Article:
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LSP dictionary

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Title: LSP dictionary  
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LSP dictionary

A language for specific purposes dictionary is a dictionary that intends to describe a variety of one or more languages used by experts within a particular subject field. The discipline that deals with LSP dictionaries is usually called specialised lexicography and is a branch of lexicography.

LSP dictionaries and users

As described in Bergenholtz/Tarp 1995, LSP dictionaries are often made for users who are already specialists with a subject field (experts), but may also be made for semi-experts and for users who may be laypeople relative to a particular subject field. In contrast to LSP dictionaries, LGP (language for general purposes) dictionaries are made to be used by an average user. LSP dictionaries may have one or more functions. LSP dictionaries may have communicative functions such as help users to translate texts, help users to understand texts and help users to produce texts. Dictionaries may also have cognitive functions such as help users to develop knowledge in general or about a specific topic, such as the birthday of a famous person and the inflectional paradigm of a specific verb.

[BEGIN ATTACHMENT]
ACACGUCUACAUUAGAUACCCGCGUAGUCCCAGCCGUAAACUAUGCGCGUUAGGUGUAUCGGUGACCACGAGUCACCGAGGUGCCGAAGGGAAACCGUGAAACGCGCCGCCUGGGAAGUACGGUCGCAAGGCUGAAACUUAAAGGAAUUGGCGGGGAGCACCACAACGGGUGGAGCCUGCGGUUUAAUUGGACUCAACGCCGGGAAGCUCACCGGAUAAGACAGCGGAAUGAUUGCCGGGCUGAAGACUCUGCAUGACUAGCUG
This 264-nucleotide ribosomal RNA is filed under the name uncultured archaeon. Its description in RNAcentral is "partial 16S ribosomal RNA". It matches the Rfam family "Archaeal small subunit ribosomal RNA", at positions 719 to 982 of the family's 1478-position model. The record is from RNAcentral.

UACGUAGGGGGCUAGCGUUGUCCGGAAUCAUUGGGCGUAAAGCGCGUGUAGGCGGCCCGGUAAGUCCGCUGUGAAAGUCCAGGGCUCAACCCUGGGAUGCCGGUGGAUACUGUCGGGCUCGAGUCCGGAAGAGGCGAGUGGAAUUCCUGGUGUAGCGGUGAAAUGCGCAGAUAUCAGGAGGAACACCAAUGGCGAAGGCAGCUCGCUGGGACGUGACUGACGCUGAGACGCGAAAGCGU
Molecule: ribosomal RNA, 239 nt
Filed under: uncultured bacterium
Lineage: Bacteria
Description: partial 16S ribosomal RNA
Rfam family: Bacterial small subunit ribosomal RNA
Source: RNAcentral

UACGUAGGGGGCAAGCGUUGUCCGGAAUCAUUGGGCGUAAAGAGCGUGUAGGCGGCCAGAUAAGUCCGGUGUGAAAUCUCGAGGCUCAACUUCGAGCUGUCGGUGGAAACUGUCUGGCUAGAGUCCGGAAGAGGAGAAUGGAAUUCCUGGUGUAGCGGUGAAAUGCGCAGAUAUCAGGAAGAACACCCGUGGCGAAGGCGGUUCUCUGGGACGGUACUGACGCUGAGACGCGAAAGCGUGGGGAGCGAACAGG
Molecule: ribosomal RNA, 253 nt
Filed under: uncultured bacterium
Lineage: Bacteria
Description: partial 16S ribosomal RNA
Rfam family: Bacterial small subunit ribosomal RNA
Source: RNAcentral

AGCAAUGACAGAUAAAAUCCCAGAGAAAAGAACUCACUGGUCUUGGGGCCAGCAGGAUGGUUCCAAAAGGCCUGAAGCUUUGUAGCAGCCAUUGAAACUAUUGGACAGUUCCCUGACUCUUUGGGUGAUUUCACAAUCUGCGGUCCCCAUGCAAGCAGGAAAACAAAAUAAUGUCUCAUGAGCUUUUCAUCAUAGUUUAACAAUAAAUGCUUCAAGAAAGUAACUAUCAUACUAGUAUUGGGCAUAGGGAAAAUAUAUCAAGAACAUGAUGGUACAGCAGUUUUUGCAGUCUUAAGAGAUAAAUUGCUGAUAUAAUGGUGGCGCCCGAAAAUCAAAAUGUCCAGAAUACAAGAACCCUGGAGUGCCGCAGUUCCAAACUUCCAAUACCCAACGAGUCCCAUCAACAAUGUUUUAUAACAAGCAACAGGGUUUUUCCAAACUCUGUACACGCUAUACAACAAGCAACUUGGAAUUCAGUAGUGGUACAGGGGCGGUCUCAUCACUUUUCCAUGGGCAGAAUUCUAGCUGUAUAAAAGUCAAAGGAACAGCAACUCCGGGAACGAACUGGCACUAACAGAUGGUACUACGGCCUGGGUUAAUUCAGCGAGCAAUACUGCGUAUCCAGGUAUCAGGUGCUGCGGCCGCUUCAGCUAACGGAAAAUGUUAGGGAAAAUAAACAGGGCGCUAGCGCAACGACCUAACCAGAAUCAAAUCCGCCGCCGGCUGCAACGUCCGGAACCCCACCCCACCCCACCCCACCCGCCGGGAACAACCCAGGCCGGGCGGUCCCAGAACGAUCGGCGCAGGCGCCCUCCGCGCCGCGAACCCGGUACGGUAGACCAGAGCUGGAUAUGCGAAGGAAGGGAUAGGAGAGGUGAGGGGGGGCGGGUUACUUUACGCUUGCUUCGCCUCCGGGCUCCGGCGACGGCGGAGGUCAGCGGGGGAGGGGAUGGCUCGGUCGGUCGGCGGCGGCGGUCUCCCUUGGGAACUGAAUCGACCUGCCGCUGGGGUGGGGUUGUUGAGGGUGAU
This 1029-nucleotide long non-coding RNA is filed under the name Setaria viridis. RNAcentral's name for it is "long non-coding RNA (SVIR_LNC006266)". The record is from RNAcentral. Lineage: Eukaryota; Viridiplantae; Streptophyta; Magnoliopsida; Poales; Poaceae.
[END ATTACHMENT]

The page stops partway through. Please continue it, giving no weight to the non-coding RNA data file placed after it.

Different types of LSP dictionary

According to Nielsen 1994, LSP dictionaries may cover one language (monolingual LSP dictionaries) or two languages (bilingual LSP dictionaries), and occasionally more languages. An LSP dictionary that attempts to cover as much of the vocabulary in a subject field as possible is called a maximizing dictionary, and an LSP dictionary that attempts to cover a limited number of terms within a subject field is called a minimizing dictionary.

Also, Nielsen 1994 distinguishes between the following types of dictionaries: An LSP dictionary that covers more than one subject field is called a multi-field dictionary, an LSP dictionary that covers one subject field (e.g. a dictionary of law) is called a single-field dictionary, and an LSP dictionary that covers part of a subject field (e.g. a dictionary of contract law) is called a sub-field dictionary.

Relevant literature

  • Sandro Nielsen (1994): The Bilingual LSP Dictionary, Gunter Narr Verlag.
  • Henning Bergenholtz/Sven Tarp (eds.) (1995): Manual of Specialised Lexicography, Benjamins.
  • Sandro Nielsen (2010): Specialised Translation Dictionaries for Learners. In: P. A. Fuertes-Olivera (ed.): Specialised Dictionaries for Learners, de Gruyter (Lexicographica. Series Maior 136), 69-82.

External links

  • Short annotated list of publications
  • Brief explanation for using World Heritage Encyclopedia to translate subject-specific vocabulary


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